PCI-DSS Compliance: What You Should Know

Over the last year, many organizations struggled to keep their private data secure against cyberthreats as they rushed to adapt to pandemic-inspired shifts in workforce and operations. Cybercrime is becoming increasingly prevalent, and the sophistication and volume of cyberattacks is escalating as well. According to a report, over 300 million ransomware attacks occurred in 2020.1

Dealing with a cybersecurity disaster is difficult and brings forth a lot of uncertainty, especially when it involves financial and reputational damage. This holds true for all organizations, and especially for small and medium-sized businesses (SMBs). SMBs are increasingly becoming prime targets for hackers because they consider these organizations to have insufficient expertise and resources to prevent and respond to attacks.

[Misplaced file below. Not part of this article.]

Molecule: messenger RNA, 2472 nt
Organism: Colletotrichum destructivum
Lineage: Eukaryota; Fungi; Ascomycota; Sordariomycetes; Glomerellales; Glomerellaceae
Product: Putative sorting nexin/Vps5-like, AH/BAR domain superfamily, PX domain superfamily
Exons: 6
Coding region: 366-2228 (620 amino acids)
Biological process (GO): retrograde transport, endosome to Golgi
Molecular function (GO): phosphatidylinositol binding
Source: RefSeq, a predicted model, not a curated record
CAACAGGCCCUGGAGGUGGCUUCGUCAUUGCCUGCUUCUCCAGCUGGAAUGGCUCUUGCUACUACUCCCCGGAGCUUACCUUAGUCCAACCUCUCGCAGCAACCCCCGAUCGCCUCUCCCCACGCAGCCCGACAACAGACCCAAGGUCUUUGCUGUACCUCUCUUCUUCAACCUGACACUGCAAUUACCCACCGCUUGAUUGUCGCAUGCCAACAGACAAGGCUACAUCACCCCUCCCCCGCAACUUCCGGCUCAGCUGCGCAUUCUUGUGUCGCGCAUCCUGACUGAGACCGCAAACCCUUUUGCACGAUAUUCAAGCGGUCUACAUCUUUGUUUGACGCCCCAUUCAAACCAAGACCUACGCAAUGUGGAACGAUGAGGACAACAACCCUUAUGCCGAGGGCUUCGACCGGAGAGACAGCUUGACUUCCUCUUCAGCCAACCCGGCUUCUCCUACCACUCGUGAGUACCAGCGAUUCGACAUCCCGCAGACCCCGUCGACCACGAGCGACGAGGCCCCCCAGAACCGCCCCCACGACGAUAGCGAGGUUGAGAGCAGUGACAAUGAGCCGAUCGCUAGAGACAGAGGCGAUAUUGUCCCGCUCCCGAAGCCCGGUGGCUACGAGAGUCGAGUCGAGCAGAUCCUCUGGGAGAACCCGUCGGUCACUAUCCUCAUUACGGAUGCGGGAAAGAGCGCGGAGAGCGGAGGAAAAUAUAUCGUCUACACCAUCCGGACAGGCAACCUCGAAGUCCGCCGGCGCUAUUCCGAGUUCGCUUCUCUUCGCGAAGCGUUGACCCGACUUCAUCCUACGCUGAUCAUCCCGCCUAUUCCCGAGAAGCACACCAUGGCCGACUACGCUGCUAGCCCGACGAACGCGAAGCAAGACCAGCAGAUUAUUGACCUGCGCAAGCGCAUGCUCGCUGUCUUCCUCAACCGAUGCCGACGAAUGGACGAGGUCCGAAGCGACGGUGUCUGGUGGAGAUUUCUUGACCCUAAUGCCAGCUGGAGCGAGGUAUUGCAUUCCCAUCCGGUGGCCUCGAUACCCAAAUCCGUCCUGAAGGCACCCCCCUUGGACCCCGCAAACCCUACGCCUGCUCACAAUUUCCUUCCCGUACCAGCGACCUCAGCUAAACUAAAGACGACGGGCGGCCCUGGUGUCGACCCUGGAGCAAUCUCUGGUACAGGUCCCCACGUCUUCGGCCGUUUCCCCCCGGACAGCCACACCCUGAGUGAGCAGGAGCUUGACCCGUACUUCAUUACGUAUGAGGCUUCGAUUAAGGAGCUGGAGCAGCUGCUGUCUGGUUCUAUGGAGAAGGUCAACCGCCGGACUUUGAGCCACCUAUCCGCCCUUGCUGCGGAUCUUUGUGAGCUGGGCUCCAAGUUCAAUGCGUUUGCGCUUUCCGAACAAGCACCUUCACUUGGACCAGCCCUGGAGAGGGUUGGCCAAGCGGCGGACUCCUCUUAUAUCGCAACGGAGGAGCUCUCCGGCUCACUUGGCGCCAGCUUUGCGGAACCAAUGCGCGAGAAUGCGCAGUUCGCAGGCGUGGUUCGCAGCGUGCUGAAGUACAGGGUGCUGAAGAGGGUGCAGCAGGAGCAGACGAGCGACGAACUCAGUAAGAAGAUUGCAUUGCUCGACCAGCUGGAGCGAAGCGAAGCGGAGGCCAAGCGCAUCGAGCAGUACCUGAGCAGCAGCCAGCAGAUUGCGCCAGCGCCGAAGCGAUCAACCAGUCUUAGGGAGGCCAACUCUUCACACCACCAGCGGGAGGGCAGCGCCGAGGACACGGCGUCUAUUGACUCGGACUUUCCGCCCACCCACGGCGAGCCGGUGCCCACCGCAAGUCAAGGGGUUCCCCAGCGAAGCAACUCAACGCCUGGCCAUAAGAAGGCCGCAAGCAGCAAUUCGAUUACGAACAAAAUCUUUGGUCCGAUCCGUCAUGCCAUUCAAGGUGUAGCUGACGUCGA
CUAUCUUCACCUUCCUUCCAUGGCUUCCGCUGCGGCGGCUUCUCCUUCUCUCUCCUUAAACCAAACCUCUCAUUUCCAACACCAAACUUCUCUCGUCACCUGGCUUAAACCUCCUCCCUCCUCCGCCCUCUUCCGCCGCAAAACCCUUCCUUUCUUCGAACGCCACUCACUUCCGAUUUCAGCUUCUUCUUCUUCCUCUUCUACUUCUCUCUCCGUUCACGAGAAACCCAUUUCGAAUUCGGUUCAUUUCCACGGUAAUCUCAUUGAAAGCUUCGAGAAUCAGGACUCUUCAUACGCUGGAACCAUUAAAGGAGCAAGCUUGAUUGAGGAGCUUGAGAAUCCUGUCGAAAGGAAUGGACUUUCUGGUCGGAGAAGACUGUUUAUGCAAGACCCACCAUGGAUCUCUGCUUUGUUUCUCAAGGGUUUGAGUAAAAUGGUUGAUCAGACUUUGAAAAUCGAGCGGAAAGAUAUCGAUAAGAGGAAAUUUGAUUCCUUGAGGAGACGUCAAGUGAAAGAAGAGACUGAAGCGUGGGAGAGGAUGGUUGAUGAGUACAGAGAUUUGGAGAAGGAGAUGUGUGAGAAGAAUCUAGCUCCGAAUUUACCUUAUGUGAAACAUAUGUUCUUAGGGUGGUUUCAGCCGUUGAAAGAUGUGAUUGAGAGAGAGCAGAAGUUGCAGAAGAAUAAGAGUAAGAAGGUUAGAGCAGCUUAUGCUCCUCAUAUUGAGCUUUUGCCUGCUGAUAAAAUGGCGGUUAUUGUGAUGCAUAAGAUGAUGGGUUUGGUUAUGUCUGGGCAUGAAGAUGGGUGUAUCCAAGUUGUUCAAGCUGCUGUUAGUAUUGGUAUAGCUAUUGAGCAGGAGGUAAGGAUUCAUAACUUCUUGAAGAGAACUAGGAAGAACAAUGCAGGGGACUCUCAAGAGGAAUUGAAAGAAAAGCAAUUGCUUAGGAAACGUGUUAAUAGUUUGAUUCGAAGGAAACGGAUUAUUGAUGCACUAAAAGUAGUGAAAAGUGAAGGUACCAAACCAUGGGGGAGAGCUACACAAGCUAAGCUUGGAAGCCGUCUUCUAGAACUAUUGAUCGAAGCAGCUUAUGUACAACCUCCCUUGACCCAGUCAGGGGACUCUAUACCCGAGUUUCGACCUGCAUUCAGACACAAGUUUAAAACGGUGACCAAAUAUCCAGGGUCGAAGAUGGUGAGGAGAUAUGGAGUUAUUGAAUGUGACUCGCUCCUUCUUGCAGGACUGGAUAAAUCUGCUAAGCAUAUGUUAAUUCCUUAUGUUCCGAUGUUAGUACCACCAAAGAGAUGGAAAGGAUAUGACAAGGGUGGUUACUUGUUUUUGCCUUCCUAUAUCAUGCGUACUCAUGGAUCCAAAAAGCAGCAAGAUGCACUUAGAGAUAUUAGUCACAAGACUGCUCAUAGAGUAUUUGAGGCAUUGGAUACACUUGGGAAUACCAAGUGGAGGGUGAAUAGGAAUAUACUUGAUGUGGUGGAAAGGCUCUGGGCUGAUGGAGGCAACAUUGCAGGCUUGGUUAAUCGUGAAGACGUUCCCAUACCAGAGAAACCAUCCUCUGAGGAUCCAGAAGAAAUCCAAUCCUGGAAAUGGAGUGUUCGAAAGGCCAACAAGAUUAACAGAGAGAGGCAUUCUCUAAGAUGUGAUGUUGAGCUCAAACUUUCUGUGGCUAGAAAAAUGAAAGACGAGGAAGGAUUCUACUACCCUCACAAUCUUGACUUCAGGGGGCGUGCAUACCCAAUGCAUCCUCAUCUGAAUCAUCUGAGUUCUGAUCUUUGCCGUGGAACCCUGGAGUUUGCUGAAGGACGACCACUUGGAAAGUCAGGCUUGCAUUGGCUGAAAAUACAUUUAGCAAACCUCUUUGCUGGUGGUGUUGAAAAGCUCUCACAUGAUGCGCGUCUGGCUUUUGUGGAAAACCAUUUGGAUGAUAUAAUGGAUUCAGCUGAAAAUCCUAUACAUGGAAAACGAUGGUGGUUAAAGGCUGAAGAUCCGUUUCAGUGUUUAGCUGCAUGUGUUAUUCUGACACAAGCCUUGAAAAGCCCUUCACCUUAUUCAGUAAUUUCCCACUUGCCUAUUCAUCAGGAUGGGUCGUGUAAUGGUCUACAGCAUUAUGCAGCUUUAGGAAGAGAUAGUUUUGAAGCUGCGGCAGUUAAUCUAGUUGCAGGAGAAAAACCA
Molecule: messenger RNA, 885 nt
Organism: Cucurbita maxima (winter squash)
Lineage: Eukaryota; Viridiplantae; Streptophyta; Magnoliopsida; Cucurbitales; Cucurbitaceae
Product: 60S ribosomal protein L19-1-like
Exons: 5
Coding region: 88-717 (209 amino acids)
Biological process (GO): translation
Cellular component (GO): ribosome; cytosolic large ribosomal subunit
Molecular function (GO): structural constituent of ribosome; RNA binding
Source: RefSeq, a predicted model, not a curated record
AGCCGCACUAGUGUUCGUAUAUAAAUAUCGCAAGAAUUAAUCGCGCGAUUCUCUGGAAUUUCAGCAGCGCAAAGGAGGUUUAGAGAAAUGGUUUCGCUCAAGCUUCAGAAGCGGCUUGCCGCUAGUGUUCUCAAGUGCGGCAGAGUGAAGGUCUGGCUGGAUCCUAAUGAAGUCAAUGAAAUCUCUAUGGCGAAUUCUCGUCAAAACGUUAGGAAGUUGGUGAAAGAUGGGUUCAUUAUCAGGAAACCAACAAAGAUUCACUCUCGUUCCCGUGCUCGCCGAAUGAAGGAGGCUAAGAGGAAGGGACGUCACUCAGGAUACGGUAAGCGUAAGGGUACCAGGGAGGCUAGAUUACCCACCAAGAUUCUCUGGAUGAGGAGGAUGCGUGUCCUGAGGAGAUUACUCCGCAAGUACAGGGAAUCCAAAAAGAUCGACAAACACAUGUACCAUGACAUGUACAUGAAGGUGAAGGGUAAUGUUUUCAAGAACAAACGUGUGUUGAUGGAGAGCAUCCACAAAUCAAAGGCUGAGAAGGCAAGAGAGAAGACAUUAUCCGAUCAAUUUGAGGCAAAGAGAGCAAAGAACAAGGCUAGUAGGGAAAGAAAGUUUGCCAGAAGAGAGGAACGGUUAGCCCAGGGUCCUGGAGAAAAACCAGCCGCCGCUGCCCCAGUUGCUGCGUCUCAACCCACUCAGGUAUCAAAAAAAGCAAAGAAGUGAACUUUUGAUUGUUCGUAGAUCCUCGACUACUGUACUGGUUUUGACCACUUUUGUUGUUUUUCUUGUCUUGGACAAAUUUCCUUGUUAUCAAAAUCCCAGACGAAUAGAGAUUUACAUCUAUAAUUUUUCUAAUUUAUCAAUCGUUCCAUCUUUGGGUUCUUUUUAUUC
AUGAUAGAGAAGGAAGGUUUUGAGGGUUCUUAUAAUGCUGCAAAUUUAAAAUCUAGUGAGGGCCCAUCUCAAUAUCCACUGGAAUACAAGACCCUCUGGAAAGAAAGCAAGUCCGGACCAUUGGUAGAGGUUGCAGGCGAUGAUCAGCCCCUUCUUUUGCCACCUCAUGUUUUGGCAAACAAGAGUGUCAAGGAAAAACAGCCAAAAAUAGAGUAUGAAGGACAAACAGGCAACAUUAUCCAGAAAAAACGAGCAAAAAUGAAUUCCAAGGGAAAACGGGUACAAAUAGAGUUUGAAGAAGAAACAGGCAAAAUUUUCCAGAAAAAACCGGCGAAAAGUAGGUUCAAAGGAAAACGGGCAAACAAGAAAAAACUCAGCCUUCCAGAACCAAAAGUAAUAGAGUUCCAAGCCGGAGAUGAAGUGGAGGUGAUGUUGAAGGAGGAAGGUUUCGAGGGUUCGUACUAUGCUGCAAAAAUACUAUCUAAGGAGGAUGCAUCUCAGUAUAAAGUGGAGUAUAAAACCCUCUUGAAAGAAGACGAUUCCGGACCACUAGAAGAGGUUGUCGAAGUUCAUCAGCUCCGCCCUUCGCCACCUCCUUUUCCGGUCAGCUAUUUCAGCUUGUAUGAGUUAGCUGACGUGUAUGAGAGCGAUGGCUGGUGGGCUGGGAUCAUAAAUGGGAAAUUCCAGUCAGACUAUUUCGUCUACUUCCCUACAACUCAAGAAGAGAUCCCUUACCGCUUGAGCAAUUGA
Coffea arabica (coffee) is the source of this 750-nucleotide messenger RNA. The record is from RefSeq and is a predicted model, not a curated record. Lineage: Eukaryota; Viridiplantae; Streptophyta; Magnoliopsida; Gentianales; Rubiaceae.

The Role of Compliance in Cybersecurity

The overall technology landscape is evolving at a breakneck pace. While these changes are meant to improve the quality of life, the unfortunate flip side is an increase in cyberthreats. This is why global cybersecurity spending increased from nearly $40 billion in 2019 to $54 billion in 2021.1 Unfortunately, due to a lack of spending on personnel or technology, SMBs are most likely to be targeted by threat actors.

Many organizations fall victim to cybercrime because compliance and security are not a high priority for them. For your organization to run smoothly, both compliance and security are critical. While compliance ensures that your organization stays within the bounds of industry or government laws/regulations, security ensures that your organization’s integrity and vital data are safeguarded.